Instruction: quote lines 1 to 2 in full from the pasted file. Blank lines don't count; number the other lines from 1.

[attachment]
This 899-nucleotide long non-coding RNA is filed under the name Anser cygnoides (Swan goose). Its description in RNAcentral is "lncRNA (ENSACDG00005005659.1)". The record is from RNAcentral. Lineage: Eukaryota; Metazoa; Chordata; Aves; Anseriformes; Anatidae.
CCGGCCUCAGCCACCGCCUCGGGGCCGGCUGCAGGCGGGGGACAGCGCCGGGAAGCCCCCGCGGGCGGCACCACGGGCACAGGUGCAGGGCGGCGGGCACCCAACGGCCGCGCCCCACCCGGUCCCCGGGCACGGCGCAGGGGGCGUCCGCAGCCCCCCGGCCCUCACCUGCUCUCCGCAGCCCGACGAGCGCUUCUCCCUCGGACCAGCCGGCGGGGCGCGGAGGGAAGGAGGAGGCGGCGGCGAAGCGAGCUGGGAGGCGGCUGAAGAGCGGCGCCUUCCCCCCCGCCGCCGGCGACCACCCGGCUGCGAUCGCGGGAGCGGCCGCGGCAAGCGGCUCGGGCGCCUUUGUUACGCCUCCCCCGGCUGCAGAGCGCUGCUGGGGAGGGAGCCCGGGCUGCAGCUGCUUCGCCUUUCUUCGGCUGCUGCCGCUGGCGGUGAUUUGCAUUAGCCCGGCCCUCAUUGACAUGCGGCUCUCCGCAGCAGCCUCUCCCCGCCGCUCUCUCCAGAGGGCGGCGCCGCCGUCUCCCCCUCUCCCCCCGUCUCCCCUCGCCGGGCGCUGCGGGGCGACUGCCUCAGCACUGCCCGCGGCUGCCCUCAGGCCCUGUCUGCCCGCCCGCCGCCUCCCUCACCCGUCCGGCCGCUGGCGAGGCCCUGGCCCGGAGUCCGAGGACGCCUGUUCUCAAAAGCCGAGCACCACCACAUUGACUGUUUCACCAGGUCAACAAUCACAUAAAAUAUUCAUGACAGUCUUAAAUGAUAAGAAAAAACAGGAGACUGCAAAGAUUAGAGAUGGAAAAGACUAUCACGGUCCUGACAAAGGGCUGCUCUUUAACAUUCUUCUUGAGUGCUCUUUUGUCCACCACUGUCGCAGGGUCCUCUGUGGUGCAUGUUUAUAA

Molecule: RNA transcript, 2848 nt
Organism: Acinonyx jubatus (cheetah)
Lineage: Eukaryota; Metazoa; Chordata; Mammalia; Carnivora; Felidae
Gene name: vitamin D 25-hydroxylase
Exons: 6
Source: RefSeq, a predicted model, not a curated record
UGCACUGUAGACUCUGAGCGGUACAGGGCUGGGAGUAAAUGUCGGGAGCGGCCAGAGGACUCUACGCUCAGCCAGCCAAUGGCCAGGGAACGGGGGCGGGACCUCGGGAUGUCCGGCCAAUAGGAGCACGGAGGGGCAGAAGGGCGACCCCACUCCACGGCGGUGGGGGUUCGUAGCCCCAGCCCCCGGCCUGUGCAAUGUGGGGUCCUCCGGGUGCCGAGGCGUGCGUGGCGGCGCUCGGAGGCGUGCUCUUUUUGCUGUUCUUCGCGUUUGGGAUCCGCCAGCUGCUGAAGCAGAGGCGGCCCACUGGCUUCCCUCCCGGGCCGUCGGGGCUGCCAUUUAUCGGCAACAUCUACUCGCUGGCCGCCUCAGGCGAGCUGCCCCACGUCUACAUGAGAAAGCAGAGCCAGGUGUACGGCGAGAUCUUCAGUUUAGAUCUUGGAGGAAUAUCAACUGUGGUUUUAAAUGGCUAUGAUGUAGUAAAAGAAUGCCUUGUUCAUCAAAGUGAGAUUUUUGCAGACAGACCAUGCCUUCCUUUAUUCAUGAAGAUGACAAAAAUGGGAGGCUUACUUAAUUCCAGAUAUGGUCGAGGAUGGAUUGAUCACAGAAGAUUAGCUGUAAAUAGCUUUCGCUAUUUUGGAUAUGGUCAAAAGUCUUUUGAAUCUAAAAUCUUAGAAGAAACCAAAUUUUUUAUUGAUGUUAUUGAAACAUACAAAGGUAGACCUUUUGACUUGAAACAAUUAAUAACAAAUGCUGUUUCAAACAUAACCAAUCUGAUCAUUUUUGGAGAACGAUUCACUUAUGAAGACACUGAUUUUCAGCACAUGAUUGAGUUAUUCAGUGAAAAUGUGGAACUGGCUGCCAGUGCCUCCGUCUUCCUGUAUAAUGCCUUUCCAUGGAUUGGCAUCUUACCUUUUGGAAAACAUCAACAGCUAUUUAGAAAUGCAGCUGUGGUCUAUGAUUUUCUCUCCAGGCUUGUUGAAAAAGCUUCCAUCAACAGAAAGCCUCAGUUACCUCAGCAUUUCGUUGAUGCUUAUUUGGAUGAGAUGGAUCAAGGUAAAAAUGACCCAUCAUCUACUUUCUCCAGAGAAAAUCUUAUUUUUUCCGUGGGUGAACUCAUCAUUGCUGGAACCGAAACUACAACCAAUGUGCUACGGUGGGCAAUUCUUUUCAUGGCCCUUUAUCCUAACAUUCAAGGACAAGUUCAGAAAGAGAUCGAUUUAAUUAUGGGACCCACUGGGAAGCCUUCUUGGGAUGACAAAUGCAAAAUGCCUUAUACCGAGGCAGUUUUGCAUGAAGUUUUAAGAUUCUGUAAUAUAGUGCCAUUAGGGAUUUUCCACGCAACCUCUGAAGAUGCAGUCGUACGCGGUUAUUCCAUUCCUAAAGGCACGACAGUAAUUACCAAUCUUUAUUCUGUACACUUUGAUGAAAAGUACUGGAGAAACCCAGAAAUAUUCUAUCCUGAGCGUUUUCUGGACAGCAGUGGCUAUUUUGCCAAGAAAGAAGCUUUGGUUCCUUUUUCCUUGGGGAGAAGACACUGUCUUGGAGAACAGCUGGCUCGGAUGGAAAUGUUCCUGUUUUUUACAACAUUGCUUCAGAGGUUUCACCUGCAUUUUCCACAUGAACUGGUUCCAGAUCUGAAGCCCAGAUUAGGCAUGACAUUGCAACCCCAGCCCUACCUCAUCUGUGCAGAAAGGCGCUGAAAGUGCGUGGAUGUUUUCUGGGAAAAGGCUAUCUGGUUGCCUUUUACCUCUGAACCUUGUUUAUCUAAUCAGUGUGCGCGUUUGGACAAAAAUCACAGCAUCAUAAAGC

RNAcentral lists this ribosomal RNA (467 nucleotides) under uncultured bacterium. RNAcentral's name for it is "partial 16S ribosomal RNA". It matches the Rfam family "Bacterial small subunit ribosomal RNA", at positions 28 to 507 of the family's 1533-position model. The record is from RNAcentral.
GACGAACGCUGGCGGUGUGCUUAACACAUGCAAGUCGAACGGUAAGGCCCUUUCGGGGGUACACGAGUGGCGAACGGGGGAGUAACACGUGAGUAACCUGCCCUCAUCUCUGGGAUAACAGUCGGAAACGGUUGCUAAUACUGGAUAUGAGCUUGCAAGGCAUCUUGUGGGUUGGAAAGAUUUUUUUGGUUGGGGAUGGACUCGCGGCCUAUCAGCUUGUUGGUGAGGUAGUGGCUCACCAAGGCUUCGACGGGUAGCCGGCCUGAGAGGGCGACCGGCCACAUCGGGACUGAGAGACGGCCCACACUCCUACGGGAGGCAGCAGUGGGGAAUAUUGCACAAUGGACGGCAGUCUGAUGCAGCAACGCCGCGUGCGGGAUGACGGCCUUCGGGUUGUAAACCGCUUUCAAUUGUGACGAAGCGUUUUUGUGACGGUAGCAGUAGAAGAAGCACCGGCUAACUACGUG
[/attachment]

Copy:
This 899-nucleotide long non-coding RNA is filed under the name Anser cygnoides (Swan goose). Its description in RNAcentral is "lncRNA (ENSACDG00005005659.1)". The record is from RNAcentral. Lineage: Eukaryota; Metazoa; Chordata; Aves; Anseriformes; Anatidae.
CCGGCCUCAGCCACCGCCUCGGGGCCGGCUGCAGGCGGGGGACAGCGCCGGGAAGCCCCCGCGGGCGGCACCACGGGCACAGGUGCAGGGCGGCGGGCACCCAACGGCCGCGCCCCACCCGGUCCCCGGGCACGGCGCAGGGGGCGUCCGCAGCCCCCCGGCCCUCACCUGCUCUCCGCAGCCCGACGAGCGCUUCUCCCUCGGACCAGCCGGCGGGGCGCGGAGGGAAGGAGGAGGCGGCGGCGAAGCGAGCUGGGAGGCGGCUGAAGAGCGGCGCCUUCCCCCCCGCCGCCGGCGACCACCCGGCUGCGAUCGCGGGAGCGGCCGCGGCAAGCGGCUCGGGCGCCUUUGUUACGCCUCCCCCGGCUGCAGAGCGCUGCUGGGGAGGGAGCCCGGGCUGCAGCUGCUUCGCCUUUCUUCGGCUGCUGCCGCUGGCGGUGAUUUGCAUUAGCCCGGCCCUCAUUGACAUGCGGCUCUCCGCAGCAGCCUCUCCCCGCCGCUCUCUCCAGAGGGCGGCGCCGCCGUCUCCCCCUCUCCCCCCGUCUCCCCUCGCCGGGCGCUGCGGGGCGACUGCCUCAGCACUGCCCGCGGCUGCCCUCAGGCCCUGUCUGCCCGCCCGCCGCCUCCCUCACCCGUCCGGCCGCUGGCGAGGCCCUGGCCCGGAGUCCGAGGACGCCUGUUCUCAAAAGCCGAGCACCACCACAUUGACUGUUUCACCAGGUCAACAAUCACAUAAAAUAUUCAUGACAGUCUUAAAUGAUAAGAAAAAACAGGAGACUGCAAAGAUUAGAGAUGGAAAAGACUAUCACGGUCCUGACAAAGGGCUGCUCUUUAACAUUCUUCUUGAGUGCUCUUUUGUCCACCACUGUCGCAGGGUCCUCUGUGGUGCAUGUUUAUAA